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Why Wall Street hasn't lost faith in Amazon

Amazon had a troubling loss last quarter and it predicts rougher waters ahead. So why aren't investors more concerned? Because CEO Jeff Bezos is at the helm.

Amazon CEO Jeff Bezos at the Fire Phone launch. James Martin/CNET

At Amazon, there's no question Jeff Bezos is the man.

After founding the company in 1994, he's spent tens of billions to make it the world's largest e-commerce player. He's now spending even more to transform it into a hub for goods and content services that customers can access, if they want, through Amazon-branded devices like the recently released Fire TV streaming media box and Fire Phone smartphone.

The result is good for consumers who want fast shipping, low prices, and, increasingly, unlimited access to quality programming.

But all this ambition comes at a price. Amazon last week reported earnings that fell far short of analysts' expectations because of the big dollars needed for Bezos to realize his goals. The stock tanked -- falling 10 percent the day after earnings and remaining down Monday and Tuesday -- reflecting shareholders' worries that Bezos is spending too much.

But analysts say it's OK because investors believe in the man.

"He instills such confidence because he built (Amazon) from nothing," Macquarie analyst Ben Schachter said, crediting Bezos for Amazon's voluminous sales figures, which totaled $19.34 billion last quarter. "Investors are definitely more frustrated than ever, but most are still staying and waiting."

Investors have long trusted Bezos's business strategy, which involves losses so the company can expand into new markets and make more money off consumers through its devices and Prime subscription service. Amazon has consistently increased its sales -- and its spending -- in the last two years.

Amazon's sales rose 23 percent last quarter, thanks to a push into cloud computing and revenue from third parties who sell their wares through Amazon's marketplace. Moving into new categories in a big way is a common tactic for Bezos. Amazon Web Services is a more recent example of this, but Bezos did the same thing when he first started selling products other than books, and when he introduced the first gadget in Amazon's now-growing hardware line: the Kindle e-reader. Though he's not making money in the short term -- Amazon reported a second quarter loss of $126 million last week -- those who take a long term view see the potential for large gains.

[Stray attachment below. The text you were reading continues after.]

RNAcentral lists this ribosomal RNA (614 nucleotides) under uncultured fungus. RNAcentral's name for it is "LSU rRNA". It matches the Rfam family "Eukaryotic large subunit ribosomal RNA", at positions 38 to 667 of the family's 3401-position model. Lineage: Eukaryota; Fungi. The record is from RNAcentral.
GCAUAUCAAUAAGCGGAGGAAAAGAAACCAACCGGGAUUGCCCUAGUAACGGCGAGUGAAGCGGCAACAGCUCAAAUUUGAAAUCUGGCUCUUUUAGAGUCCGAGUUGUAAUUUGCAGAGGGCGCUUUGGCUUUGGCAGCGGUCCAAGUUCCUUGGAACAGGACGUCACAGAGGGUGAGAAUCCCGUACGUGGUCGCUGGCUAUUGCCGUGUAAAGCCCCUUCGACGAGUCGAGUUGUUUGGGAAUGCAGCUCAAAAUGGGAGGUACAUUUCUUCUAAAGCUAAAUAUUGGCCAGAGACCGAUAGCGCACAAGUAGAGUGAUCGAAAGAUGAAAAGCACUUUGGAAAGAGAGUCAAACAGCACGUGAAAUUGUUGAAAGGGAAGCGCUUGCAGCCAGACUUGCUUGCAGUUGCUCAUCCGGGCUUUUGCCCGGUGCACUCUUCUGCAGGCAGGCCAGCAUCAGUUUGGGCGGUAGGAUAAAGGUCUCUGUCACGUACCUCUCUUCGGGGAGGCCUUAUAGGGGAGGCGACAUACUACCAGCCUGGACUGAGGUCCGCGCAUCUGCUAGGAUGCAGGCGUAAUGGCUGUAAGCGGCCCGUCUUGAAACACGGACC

"If there's a huge opportunity, he's going to go all out," said CRT Capital Group analyst Neil Doshi. "It might put pressure on margins, it might cause the stock to tank. But at the end of the day, that's something Amazon can own, so I think he's very aggressive about that."

Bezos is crucial to the company's success. The largest stockholder at Amazon, Bezos owns 18 percent of the Seattle-based company. He's CEO and chairman of the board. When asked what would happen if Bezos were ever to leave Amazon, several analysts said it was nearly unfathomable, given Bezos' drive.

"He will never leave," Needham analyst Kerry Rice said.

"If he left, (the) stock would get killed," Schachter added.

To further tie consumers into Amazon's ecosystem, Bezos has invested in the Prime $99 subscription service, which has a membership that spends at least twice as much as non-Prime customers. In addition to direct investments such as the addition of Prime streaming music in the last quarter, Amazon also launched the Kindle Fire TV, to compliment its video-streaming service, and the Fire Phone to encourage people to use its apps and purchase even more from Amazon.com through Prime.

Amazon is also investing in original content and said it would spend $100 million to produce shows during the third quarter of this year. So far, none of the Amazon produced shows have taken off in the same way Netflix' original programing has.

The price tag for all these services has grown at roughly the same rate as sales over the two years. Amazon spent $19.35 billion on operating expenses in the second quarter, ended June 30 (second-quarter sales came in at $19.34 billion). Spending is up 24 percent, or $15.6 billion, from last year.

Amazon' rivals don't spend nearly as much. Apple reported $4.5 billion in operating expenses last quarter on sales of $37.4 billion. Google, known for embarking on ambitious tech projects like self-driving cars and mechanical animals, spent $11.7 billion and had $15.96 billion in sales.

While Wall Street is used to Bezos' big spending, Amazon's recent loss, coupled with its prediction that it may lose even more this quarter, is behind the recent sell off in its shares. It closed down 41 cents, or less than 1 percent, to $320 on Tuesday.

To be sure, this isn't the first time Amazon shares have dropped after an earnings report.

"We continue working hard on making the Amazon customer experience better and better" was what Bezos had to say in a statement accompanying last week's earning report.

Doshi said investors may finally be realizing Amazon just can't increase its sales at the rate it used to, given its size. And it's hard for Wall Street to watch Bezos gamble on projects like original content. If he would let off the gas just a bit for investors to breathe a bit, they might be more ready to accept whatever idea he has next. And he's sure to have another, Doshi said.

The $99-a-year Prime service, which now boasts an estimated 25 million members, is a perfect example of Bezos' bets. "In the beginning people thought, 'This is crazy; sure, your margins are high, but it's costing you way too much to ship this stuff in two days,'" Doshi said, noting the stock was punished for a couple of years "until people realized this whole Prime thing -- it went from strange and not so good an idea to one of the most brilliant business plans."